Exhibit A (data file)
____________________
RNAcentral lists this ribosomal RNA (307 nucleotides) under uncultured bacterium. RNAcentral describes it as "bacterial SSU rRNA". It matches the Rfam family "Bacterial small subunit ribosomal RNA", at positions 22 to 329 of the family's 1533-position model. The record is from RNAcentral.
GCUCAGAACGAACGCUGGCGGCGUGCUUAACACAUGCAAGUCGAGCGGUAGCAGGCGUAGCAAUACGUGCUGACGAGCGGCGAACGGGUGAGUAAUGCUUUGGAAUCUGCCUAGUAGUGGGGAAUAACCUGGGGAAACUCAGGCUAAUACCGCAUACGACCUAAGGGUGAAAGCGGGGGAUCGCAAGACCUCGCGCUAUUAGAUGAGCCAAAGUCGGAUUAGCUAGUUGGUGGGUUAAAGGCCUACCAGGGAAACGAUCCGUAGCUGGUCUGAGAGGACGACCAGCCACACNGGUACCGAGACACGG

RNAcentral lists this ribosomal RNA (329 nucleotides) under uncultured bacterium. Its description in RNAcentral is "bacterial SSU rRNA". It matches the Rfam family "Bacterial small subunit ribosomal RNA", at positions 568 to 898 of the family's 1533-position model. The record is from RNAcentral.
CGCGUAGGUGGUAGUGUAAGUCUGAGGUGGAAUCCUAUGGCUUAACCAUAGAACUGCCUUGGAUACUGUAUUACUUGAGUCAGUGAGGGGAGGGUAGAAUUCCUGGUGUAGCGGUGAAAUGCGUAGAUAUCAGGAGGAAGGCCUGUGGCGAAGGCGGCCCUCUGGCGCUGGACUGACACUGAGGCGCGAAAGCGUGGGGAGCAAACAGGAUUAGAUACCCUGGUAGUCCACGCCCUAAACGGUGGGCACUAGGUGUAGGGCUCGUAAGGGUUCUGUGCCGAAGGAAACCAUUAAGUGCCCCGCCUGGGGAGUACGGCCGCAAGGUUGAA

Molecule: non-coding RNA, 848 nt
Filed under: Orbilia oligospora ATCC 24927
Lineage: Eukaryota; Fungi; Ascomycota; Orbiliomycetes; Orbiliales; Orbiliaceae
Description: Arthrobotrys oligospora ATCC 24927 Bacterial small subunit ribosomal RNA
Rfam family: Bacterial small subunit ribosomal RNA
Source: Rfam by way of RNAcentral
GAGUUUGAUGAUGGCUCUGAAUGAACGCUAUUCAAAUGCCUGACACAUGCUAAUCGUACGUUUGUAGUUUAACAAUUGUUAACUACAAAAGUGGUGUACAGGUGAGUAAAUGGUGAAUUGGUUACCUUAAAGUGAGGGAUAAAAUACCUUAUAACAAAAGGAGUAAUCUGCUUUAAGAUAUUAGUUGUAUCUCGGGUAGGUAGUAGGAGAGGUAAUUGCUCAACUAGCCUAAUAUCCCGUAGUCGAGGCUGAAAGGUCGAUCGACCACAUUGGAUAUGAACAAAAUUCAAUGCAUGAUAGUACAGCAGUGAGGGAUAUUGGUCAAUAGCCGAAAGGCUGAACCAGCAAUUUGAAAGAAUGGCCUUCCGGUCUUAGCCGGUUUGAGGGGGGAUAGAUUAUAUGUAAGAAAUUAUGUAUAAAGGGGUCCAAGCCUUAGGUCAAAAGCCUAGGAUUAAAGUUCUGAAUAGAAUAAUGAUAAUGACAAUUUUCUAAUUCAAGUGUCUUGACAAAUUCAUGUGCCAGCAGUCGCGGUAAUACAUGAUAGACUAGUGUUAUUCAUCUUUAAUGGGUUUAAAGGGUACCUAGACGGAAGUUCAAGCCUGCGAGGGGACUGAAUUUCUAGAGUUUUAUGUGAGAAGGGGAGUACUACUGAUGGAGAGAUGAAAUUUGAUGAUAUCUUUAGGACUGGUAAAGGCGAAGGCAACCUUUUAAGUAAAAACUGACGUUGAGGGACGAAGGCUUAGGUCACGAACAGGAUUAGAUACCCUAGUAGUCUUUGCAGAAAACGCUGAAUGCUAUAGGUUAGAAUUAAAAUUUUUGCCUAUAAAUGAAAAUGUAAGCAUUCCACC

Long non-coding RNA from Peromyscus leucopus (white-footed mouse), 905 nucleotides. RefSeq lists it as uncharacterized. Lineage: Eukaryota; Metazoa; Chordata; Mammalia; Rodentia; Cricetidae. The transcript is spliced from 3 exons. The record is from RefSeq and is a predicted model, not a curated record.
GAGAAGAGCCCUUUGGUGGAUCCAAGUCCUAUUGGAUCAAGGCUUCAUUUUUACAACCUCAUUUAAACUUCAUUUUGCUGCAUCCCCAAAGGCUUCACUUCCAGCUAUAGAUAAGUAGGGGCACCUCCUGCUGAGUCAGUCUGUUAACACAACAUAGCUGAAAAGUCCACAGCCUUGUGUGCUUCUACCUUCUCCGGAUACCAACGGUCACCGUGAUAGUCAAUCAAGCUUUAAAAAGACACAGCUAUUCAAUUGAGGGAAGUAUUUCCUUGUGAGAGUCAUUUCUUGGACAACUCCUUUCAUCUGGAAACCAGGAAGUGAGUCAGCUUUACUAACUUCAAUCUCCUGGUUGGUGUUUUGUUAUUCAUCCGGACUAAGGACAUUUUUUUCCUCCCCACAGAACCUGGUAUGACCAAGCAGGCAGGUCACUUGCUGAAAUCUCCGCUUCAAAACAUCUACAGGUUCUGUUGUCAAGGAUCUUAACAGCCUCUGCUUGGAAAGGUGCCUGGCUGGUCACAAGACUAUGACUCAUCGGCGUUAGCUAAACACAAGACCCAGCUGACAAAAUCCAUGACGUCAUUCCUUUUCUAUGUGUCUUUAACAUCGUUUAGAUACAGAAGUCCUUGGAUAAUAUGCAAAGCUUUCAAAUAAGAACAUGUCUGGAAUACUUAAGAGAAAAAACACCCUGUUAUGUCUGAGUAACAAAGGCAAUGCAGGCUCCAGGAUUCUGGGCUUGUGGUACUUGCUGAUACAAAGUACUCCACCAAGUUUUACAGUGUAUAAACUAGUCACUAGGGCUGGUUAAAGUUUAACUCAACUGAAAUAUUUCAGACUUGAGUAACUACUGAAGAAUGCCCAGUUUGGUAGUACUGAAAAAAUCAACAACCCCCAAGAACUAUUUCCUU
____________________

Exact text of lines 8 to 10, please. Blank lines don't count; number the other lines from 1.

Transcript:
Description: Arthrobotrys oligospora ATCC 24927 Bacterial small subunit ribosomal RNA
Rfam family: Bacterial small subunit ribosomal RNA
Source: Rfam by way of RNAcentral